—All the laws of physics can be explained by appeal to the 12 signs of the Zodiac
Bigbossman’s got a PhD in physics. It sure surprised him to find this out
—When Christ returns to Earth, he’ll be a member of the College of Cardinals
Not the Pope, though. Also, Lutherans beware.
—Not even Jesus can get a book published at our press
So don’t feel too bad that your (actually pretty good) dissertation got rejected.
—Some of our authors really could sell cookbooks based off their name alone
However, when the first recipe is for nightshade casserole with arsenic sauce . . .
—Some people don’t read about our press, and send us original poetry
We have never published original poetry. Ever.
—If you submit really and truly awful poetry to the Press, it will get passed around.
The thought of doing a YouTube video of the Press staff reading it was floated. 10k hits, minimum
—Rejection letters are more fun to write as street poetry/Urban Folk.
I don’t think we actually used it, but here goes:
The (Happiness) Press would like to thank you for the time
And all the work you did in bustin’ out yo’ rhyme
But we read what you sent us, and I simply gotta say
That we just can’t use your masterpiece this day
So good luck in the future, and don’t let us get you down
Since we’re not the only ones who publish books around.
Well, the marketing and managing editor’s revenge is here: all the little things that make a day “special.” Before anyone asks, no, neither of these bingo cards are based on specific incidents or people (although a few more egregious examples do stick out)—not much point in waiting for something unique to happen again.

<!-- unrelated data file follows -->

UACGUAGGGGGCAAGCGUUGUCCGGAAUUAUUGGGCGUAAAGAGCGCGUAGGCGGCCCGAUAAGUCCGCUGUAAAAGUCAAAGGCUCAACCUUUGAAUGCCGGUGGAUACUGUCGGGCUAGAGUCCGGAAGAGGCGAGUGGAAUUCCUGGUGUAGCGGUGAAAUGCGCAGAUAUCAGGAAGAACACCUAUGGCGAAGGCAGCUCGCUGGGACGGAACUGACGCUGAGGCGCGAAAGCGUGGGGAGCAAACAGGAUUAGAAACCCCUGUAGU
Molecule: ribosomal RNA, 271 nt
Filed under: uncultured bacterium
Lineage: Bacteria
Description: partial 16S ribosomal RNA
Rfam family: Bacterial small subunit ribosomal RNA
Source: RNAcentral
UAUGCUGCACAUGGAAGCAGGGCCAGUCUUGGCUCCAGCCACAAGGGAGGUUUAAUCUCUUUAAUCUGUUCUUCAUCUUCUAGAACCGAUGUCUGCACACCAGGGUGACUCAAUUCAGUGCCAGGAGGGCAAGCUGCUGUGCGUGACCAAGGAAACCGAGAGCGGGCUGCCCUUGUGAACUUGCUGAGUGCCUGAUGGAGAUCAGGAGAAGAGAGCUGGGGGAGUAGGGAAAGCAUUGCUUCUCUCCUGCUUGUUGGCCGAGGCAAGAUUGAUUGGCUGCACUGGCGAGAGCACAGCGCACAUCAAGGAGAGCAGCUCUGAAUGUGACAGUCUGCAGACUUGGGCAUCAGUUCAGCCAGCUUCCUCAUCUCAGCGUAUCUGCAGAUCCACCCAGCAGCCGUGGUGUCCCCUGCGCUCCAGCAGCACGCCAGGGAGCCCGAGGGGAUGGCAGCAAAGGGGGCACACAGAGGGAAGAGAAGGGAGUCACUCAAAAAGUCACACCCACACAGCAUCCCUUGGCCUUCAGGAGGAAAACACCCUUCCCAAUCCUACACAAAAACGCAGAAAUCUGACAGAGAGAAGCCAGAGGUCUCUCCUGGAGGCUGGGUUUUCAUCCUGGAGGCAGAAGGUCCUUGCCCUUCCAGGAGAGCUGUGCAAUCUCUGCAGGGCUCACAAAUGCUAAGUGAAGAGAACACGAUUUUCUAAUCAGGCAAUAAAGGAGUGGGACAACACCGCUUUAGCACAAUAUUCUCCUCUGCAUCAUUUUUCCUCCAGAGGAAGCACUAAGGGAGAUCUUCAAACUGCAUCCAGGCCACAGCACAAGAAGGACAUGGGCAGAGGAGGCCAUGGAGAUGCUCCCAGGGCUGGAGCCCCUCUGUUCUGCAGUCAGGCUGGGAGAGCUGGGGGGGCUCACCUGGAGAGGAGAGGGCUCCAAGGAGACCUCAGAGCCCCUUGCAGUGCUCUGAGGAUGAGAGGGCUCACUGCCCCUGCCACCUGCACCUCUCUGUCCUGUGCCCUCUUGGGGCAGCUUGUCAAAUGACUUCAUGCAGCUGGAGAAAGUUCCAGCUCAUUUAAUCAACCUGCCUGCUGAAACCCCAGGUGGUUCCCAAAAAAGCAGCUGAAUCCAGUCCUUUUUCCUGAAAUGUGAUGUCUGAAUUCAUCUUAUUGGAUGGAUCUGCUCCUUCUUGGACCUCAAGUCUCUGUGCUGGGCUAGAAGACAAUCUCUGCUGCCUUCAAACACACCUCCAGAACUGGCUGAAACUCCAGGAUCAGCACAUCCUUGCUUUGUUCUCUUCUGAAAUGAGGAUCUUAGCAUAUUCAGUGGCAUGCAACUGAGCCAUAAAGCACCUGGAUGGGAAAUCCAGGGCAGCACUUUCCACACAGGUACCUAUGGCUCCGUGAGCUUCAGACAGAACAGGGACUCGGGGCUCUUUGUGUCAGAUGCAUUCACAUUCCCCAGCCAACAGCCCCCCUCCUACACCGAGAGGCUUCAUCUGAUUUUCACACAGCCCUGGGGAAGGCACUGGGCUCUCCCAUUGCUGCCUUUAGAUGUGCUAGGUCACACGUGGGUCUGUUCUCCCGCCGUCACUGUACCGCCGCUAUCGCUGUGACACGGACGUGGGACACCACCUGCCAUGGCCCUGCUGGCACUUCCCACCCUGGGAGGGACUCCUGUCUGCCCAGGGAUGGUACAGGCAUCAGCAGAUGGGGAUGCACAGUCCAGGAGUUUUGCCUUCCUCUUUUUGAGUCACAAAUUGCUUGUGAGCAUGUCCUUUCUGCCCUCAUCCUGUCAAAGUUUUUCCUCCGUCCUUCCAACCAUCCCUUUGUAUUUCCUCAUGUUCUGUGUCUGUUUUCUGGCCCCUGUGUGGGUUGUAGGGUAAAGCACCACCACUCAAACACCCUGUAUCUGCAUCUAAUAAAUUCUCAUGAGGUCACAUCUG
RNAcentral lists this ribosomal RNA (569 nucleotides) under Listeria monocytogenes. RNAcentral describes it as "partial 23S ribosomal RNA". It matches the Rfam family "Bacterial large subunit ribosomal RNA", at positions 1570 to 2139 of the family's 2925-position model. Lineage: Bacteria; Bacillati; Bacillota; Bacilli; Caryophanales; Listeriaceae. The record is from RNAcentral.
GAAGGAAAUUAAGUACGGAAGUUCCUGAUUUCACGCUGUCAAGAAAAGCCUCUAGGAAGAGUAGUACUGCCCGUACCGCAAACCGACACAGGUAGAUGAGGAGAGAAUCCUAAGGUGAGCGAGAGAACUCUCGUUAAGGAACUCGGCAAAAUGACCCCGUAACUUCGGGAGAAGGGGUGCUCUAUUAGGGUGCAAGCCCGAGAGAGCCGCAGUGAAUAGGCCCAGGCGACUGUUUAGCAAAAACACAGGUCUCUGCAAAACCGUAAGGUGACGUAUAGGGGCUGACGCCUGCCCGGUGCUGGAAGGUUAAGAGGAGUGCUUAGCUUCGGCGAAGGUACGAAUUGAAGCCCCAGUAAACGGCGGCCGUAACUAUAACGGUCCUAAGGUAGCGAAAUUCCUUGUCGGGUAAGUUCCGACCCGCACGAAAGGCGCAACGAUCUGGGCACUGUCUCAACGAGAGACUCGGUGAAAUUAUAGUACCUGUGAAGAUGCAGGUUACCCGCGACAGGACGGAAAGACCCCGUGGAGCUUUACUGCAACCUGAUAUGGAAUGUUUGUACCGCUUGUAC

Plus, I’m pretty sure the really interesting incidents are covered under the publisher’s code of omertà.
Same rules as the last one apply, only now it’s the acquisitions department’s turn to pay—their just reward for inviting all these unique and highly valued people to publish with us.
The end of summer: new froshmenki show up for orientation, grad students pose as older siblings to mooch free food, and professors send us proposals for the books they’ve spent all summer working on. Oh, and the whole acquisitions department comes back from vacation at the same time. Suddenly, the term “slush pile” is depressingly literal. Why suffer when you sift through endless manuscripts? Grab an intern and a bingo card and start sifting through those stacks!
Each row of five—horizontally, vertically, or diagonally—earns you a coping mechanism at the local tavern courtesy of the marketing department.*
*Marketing people, don’t worry, your version is coming. Acquisitions people, start saving your beer money now.